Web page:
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The Hartford Convention
Digital History ID 199

Author:   James Monroe


Many Federalists believed that the War of 1812 was fought to aid Napoleon in his struggle against Britain. Some opposed the war by refusing to pay taxes, boycotting war loans, and refusing to furnish troops. In December 1814, delegates from New England gathered in Hartford, Connecticut, where they recommended a series of constitutional amendments to restrict Congress' power to wage war, regulate commerce, and admit new states. The delegates also supported a one-term presidency (to break the grip of Virginians on the office) and abolition of the Three-Fifths Compromise, and talked of seceding if they did not get their way. In this message, Madison's Secretary of State, James Monroe, expresses concern over the Hartford Convention and fear that New England Federalists might seize the federal armory at Springfield, Massachusetts.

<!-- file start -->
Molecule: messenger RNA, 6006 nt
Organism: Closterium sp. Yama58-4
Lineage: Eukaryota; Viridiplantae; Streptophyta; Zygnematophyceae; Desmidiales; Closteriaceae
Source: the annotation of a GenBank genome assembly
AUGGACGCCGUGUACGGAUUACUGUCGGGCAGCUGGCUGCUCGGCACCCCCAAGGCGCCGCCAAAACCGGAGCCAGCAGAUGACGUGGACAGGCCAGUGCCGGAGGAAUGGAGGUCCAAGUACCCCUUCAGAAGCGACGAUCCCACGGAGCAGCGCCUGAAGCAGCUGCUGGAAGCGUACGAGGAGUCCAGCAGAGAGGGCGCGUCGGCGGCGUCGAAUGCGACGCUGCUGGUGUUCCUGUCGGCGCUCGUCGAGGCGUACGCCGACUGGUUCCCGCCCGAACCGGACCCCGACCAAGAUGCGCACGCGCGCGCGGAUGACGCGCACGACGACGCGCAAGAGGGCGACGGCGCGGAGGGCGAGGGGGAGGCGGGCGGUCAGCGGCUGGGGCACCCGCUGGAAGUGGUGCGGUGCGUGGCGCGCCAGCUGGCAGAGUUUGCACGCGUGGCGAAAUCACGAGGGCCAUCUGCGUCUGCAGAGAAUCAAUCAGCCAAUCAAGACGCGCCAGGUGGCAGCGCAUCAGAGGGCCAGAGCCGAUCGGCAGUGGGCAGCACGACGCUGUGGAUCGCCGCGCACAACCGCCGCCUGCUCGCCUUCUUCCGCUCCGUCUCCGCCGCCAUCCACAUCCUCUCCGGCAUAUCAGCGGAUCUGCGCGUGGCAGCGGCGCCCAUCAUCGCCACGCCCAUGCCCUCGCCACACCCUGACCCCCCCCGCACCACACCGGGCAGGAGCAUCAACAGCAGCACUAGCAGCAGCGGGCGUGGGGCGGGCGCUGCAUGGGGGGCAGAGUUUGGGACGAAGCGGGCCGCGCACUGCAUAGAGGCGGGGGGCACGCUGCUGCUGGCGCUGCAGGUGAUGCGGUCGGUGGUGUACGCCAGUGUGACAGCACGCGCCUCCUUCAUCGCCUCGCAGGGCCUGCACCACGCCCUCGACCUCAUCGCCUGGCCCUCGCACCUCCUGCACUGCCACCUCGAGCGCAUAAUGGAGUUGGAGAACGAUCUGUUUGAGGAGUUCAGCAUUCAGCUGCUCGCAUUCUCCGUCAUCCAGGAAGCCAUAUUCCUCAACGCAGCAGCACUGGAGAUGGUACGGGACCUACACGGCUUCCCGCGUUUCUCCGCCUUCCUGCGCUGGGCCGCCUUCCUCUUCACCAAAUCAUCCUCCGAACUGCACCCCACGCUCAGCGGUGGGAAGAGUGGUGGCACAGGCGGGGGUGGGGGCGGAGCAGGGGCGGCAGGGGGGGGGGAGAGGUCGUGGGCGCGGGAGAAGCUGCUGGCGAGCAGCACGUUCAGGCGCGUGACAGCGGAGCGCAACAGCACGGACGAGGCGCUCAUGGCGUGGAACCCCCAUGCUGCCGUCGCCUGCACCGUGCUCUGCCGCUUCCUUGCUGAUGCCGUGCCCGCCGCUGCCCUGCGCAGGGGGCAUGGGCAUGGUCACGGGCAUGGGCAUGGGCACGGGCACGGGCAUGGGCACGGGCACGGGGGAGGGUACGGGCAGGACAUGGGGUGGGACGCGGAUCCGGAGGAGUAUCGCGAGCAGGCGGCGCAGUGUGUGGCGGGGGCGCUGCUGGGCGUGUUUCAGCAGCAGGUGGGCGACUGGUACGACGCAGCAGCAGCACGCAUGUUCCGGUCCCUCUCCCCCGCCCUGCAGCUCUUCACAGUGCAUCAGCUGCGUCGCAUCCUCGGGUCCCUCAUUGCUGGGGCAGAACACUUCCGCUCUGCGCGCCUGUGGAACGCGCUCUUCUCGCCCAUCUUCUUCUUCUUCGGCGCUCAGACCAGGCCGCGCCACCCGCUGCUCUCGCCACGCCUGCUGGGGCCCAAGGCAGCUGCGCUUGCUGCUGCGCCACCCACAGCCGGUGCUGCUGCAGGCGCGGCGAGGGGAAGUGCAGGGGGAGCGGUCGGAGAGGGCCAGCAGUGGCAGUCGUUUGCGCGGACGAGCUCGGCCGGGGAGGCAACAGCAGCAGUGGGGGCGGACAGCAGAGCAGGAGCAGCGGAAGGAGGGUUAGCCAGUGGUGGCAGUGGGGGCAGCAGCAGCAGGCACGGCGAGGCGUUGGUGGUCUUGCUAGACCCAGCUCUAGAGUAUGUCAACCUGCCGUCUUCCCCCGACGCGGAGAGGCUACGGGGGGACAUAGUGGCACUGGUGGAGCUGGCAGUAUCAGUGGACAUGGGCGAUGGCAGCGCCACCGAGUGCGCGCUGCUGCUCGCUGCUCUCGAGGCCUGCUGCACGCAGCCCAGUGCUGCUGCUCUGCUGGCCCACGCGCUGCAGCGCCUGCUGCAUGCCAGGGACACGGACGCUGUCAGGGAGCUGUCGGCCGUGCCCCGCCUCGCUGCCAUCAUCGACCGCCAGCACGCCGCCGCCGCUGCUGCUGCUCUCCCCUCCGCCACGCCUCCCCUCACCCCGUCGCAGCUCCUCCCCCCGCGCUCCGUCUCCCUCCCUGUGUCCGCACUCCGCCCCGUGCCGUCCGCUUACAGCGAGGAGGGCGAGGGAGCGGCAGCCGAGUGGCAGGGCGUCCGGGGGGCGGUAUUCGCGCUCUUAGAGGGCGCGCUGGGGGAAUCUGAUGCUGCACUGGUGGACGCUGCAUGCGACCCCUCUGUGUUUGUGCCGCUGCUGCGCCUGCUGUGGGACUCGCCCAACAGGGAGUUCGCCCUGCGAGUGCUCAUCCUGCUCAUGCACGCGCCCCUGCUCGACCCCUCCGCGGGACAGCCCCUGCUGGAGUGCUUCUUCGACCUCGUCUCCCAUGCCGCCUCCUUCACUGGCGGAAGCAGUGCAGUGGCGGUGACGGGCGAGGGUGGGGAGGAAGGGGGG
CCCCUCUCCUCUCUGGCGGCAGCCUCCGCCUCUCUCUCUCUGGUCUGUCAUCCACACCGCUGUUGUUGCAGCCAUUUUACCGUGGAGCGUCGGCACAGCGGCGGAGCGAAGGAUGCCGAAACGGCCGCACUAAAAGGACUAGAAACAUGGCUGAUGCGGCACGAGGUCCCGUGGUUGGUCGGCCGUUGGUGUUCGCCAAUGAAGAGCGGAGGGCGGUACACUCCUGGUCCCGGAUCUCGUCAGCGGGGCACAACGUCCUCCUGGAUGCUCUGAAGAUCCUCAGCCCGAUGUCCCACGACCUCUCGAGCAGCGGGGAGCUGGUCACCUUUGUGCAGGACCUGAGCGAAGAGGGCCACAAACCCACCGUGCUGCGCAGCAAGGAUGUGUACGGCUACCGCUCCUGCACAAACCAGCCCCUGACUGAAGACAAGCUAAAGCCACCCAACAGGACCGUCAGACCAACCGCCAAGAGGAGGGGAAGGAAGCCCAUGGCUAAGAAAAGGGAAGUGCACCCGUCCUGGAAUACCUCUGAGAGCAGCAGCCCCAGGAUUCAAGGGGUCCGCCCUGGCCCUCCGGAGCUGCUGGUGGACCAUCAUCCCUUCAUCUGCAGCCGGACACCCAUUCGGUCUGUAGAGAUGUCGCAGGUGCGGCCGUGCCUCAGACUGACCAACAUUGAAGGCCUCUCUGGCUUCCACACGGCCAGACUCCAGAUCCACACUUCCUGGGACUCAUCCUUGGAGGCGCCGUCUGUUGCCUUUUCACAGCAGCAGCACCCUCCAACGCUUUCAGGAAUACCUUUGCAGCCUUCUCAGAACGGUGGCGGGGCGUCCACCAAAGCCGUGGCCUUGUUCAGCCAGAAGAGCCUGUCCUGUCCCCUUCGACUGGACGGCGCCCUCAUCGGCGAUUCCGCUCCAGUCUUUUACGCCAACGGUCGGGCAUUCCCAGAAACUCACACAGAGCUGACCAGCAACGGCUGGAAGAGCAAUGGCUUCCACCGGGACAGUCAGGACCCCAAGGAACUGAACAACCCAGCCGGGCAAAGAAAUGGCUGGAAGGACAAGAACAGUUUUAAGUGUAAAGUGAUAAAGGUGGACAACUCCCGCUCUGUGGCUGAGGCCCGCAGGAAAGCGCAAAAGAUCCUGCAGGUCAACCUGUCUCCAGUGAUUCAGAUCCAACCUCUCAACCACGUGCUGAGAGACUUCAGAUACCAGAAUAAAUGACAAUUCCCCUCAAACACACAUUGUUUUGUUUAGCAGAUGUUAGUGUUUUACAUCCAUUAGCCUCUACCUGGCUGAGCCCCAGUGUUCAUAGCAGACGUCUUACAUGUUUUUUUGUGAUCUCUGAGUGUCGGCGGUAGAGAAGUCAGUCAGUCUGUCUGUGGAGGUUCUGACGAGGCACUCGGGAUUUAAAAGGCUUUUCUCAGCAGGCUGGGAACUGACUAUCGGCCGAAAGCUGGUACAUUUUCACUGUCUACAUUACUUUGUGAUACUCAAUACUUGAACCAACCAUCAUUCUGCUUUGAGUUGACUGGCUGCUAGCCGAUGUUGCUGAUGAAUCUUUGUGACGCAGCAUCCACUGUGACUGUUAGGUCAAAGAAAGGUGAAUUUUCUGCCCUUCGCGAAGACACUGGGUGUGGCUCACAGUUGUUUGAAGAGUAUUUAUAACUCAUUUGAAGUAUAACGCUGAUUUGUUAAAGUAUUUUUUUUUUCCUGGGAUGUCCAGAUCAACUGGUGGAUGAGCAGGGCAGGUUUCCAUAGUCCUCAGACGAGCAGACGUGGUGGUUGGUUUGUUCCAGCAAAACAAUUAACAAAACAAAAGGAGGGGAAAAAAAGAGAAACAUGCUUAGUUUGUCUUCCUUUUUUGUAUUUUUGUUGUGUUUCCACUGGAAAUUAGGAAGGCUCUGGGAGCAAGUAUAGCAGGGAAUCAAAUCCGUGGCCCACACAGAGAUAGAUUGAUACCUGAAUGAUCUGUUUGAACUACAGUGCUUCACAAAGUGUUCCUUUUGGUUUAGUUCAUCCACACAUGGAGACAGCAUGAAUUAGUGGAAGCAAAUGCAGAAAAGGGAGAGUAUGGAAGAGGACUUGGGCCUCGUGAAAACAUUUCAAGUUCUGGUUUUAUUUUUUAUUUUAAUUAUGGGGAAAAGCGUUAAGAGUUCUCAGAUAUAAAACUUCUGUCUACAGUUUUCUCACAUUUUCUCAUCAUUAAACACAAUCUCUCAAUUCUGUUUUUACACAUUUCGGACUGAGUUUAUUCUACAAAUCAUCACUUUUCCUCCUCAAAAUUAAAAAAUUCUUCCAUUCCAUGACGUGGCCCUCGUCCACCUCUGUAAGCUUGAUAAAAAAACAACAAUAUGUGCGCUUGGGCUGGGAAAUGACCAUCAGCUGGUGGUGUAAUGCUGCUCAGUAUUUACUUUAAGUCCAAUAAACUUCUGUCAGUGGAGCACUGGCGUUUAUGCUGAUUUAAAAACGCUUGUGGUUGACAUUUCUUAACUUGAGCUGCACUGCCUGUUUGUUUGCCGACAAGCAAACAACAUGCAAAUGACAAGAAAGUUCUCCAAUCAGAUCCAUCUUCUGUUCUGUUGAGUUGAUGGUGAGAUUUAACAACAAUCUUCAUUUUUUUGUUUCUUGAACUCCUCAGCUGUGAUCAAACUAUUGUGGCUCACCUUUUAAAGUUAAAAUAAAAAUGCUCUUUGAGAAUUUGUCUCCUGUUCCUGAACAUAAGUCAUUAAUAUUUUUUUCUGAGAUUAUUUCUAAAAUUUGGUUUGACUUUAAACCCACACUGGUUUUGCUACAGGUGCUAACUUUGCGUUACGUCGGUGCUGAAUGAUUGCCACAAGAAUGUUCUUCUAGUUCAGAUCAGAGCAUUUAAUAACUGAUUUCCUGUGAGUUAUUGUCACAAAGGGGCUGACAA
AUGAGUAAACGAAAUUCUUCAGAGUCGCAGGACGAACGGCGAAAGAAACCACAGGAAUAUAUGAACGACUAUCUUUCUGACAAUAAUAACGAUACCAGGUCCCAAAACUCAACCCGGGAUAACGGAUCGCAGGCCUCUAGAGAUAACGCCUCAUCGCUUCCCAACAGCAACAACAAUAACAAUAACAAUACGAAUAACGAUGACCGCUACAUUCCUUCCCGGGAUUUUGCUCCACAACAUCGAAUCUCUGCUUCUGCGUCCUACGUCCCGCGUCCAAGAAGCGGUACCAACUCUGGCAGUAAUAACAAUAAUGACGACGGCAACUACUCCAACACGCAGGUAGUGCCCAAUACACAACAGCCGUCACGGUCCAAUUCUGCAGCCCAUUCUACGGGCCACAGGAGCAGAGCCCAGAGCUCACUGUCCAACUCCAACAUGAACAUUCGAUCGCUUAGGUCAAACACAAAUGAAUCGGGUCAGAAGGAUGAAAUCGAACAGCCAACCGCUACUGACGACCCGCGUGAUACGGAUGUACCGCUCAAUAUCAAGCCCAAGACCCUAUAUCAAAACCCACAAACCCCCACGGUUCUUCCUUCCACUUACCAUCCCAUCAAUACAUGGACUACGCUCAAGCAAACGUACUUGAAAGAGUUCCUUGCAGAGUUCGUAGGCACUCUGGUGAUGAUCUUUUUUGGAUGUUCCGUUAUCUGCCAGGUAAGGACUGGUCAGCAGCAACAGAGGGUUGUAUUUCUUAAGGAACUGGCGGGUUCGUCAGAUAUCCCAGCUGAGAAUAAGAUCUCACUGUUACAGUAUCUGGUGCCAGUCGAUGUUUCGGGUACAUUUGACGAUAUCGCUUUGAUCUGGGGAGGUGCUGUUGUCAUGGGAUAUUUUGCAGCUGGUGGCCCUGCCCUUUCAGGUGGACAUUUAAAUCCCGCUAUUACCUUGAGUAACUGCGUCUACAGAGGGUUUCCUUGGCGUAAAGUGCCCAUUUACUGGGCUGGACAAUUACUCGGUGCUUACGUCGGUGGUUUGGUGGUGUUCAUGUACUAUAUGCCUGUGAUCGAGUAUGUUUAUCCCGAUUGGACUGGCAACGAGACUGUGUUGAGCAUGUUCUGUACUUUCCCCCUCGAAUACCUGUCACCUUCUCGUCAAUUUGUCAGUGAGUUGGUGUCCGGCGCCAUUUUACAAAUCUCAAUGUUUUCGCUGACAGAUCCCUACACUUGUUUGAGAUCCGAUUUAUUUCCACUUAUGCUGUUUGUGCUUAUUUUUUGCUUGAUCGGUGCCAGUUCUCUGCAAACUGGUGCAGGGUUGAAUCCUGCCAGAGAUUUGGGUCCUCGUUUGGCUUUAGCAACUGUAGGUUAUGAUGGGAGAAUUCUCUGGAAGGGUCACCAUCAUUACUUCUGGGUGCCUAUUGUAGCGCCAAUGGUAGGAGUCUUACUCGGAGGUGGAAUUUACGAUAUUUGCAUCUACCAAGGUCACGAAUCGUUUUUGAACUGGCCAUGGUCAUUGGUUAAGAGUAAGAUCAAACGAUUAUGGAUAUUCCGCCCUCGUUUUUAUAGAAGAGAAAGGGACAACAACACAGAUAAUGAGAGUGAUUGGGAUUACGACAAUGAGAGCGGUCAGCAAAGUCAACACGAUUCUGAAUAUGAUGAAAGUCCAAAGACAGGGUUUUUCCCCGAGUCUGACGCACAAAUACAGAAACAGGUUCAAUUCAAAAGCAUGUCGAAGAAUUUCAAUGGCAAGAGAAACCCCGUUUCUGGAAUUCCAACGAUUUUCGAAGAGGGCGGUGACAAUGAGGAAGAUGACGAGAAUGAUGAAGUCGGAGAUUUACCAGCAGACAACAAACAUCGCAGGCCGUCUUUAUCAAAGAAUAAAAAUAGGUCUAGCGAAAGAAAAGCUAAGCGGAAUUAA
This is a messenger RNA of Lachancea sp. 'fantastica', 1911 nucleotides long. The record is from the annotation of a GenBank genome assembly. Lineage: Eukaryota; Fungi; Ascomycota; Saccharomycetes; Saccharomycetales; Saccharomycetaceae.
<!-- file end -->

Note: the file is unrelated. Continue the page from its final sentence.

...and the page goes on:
...The proceedings at Hartford have excited much anxiety, as likely to embarrass the measures of the Government, and by the countenance they have afforded the enemy to prolong the war, if they should not lead into worse consequences. General Swartout has been authorised to take measures, in case they should be necessary, for the security of the arms at Springfield [Massachusetts].... I trust that any evil which may be contemplated, however great, will be defeated.

Source: Gilder Lehrman Institute

Additional information: James Monroe to an unknown recipient

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